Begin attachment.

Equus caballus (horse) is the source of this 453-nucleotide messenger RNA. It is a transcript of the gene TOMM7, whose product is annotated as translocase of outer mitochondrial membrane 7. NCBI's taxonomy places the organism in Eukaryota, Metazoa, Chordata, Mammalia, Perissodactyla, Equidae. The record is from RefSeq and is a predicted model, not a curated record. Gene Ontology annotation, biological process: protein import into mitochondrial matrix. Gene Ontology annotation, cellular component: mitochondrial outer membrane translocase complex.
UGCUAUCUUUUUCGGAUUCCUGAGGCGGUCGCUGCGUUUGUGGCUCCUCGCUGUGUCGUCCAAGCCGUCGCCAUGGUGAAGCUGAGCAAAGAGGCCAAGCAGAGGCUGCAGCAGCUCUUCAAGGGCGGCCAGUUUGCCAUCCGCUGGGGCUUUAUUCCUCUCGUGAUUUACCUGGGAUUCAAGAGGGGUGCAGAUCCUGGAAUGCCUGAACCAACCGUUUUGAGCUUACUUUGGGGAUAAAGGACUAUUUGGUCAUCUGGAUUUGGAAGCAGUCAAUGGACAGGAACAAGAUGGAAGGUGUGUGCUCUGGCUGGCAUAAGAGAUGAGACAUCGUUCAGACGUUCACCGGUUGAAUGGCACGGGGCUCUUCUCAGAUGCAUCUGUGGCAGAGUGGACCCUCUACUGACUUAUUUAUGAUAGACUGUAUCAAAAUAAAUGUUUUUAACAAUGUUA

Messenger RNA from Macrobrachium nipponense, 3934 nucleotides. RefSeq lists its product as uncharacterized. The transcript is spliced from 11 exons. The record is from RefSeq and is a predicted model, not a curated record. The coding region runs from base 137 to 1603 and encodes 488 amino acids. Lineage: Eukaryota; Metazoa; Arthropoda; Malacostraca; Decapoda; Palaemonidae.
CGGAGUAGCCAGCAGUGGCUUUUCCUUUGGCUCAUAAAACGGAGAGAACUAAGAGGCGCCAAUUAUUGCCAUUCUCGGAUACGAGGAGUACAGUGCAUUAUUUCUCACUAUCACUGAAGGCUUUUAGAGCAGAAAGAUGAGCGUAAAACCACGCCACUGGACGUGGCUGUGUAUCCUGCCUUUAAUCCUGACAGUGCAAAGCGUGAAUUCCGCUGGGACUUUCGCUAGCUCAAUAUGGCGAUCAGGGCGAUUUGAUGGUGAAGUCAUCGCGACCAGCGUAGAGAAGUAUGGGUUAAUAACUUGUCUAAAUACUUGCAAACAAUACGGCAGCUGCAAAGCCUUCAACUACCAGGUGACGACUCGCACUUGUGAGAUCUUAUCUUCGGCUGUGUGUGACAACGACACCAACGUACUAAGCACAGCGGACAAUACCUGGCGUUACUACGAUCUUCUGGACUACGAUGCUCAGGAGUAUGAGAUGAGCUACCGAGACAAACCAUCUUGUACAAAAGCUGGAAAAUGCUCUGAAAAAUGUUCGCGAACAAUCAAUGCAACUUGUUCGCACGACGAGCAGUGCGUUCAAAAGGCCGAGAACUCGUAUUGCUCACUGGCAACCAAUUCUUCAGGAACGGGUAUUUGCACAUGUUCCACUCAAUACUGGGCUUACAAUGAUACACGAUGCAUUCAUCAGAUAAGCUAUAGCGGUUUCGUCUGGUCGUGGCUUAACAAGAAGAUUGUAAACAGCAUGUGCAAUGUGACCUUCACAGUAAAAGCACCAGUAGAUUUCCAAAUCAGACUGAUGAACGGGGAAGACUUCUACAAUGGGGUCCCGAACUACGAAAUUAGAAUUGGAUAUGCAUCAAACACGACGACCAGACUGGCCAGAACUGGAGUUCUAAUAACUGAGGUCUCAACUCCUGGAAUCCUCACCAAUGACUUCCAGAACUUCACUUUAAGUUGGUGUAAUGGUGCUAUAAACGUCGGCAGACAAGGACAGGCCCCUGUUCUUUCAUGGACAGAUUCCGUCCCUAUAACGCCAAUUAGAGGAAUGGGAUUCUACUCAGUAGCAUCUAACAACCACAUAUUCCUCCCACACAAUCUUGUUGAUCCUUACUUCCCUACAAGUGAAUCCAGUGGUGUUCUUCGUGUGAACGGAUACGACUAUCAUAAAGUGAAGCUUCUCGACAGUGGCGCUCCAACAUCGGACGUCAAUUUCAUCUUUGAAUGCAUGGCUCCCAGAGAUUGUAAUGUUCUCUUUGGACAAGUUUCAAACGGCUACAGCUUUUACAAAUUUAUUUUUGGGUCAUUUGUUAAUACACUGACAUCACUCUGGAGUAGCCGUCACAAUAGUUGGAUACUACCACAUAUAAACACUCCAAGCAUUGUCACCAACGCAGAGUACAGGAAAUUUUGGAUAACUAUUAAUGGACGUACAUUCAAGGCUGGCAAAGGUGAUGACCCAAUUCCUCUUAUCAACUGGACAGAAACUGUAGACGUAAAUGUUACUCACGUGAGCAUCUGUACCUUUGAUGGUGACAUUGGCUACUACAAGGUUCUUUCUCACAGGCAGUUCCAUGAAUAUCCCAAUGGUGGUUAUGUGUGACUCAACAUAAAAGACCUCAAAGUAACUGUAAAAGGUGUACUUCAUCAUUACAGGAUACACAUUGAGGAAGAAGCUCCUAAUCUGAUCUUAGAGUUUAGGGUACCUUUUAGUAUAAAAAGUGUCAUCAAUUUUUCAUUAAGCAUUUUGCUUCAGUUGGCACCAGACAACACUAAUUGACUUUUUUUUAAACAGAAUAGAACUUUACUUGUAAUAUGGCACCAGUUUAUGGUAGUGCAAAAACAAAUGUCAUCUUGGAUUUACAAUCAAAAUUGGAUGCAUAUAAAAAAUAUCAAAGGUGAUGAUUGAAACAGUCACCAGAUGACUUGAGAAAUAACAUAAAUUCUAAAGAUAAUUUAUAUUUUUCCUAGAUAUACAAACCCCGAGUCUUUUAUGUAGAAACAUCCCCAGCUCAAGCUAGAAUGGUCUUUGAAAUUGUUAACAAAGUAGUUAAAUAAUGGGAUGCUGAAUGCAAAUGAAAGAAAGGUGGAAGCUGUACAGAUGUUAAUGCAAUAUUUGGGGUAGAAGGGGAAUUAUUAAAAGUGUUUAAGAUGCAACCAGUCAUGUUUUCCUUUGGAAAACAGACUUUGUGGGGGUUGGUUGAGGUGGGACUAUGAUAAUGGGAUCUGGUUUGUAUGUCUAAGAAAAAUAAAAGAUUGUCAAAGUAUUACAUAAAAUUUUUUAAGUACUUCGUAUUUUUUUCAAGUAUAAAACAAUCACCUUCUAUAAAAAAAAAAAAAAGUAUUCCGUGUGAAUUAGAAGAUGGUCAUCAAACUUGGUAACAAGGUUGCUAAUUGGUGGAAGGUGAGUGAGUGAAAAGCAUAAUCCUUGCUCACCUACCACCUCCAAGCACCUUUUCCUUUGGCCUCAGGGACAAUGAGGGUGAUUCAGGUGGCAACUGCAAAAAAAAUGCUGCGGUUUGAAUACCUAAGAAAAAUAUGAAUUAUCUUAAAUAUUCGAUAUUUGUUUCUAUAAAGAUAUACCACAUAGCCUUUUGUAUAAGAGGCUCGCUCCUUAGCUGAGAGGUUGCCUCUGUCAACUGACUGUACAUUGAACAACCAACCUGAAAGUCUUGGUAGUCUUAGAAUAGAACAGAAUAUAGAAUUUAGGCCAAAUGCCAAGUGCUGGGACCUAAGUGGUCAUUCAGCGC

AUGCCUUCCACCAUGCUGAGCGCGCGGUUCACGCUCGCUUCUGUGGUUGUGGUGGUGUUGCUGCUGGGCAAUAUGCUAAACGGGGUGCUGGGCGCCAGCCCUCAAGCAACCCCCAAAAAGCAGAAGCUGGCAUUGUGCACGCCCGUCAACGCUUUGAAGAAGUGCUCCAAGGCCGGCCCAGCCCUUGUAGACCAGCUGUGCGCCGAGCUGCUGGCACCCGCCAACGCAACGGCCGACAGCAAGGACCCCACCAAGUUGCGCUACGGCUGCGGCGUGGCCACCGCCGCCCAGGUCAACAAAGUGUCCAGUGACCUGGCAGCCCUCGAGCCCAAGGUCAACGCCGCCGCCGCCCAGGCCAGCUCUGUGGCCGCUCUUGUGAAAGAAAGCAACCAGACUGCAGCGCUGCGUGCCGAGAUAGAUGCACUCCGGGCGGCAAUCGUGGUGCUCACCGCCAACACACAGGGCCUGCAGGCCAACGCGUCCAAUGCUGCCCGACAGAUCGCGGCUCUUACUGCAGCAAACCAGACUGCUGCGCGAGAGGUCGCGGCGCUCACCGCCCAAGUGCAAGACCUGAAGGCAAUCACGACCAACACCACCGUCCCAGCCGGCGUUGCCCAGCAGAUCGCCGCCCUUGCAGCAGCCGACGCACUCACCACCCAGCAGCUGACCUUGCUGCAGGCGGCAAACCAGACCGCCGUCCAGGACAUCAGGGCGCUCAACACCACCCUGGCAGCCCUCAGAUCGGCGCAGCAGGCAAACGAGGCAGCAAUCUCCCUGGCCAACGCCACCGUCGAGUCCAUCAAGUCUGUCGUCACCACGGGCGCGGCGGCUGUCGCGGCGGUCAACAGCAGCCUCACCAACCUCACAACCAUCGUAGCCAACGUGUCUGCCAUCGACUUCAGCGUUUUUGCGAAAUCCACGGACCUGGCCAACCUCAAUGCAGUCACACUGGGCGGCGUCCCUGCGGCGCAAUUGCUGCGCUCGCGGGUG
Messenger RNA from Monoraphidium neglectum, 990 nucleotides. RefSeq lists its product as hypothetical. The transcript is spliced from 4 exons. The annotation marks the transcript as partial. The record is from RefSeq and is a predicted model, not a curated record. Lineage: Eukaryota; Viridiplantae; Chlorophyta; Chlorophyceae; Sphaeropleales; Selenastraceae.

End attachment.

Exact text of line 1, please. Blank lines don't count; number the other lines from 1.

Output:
Equus caballus (horse) is the source of this 453-nucleotide messenger RNA. It is a transcript of the gene TOMM7, whose product is annotated as translocase of outer mitochondrial membrane 7. NCBI's taxonomy places the organism in Eukaryota, Metazoa, Chordata, Mammalia, Perissodactyla, Equidae. The record is from RefSeq and is a predicted model, not a curated record. Gene Ontology annotation, biological process: protein import into mitochondrial matrix. Gene Ontology annotation, cellular component: mitochondrial outer membrane translocase complex.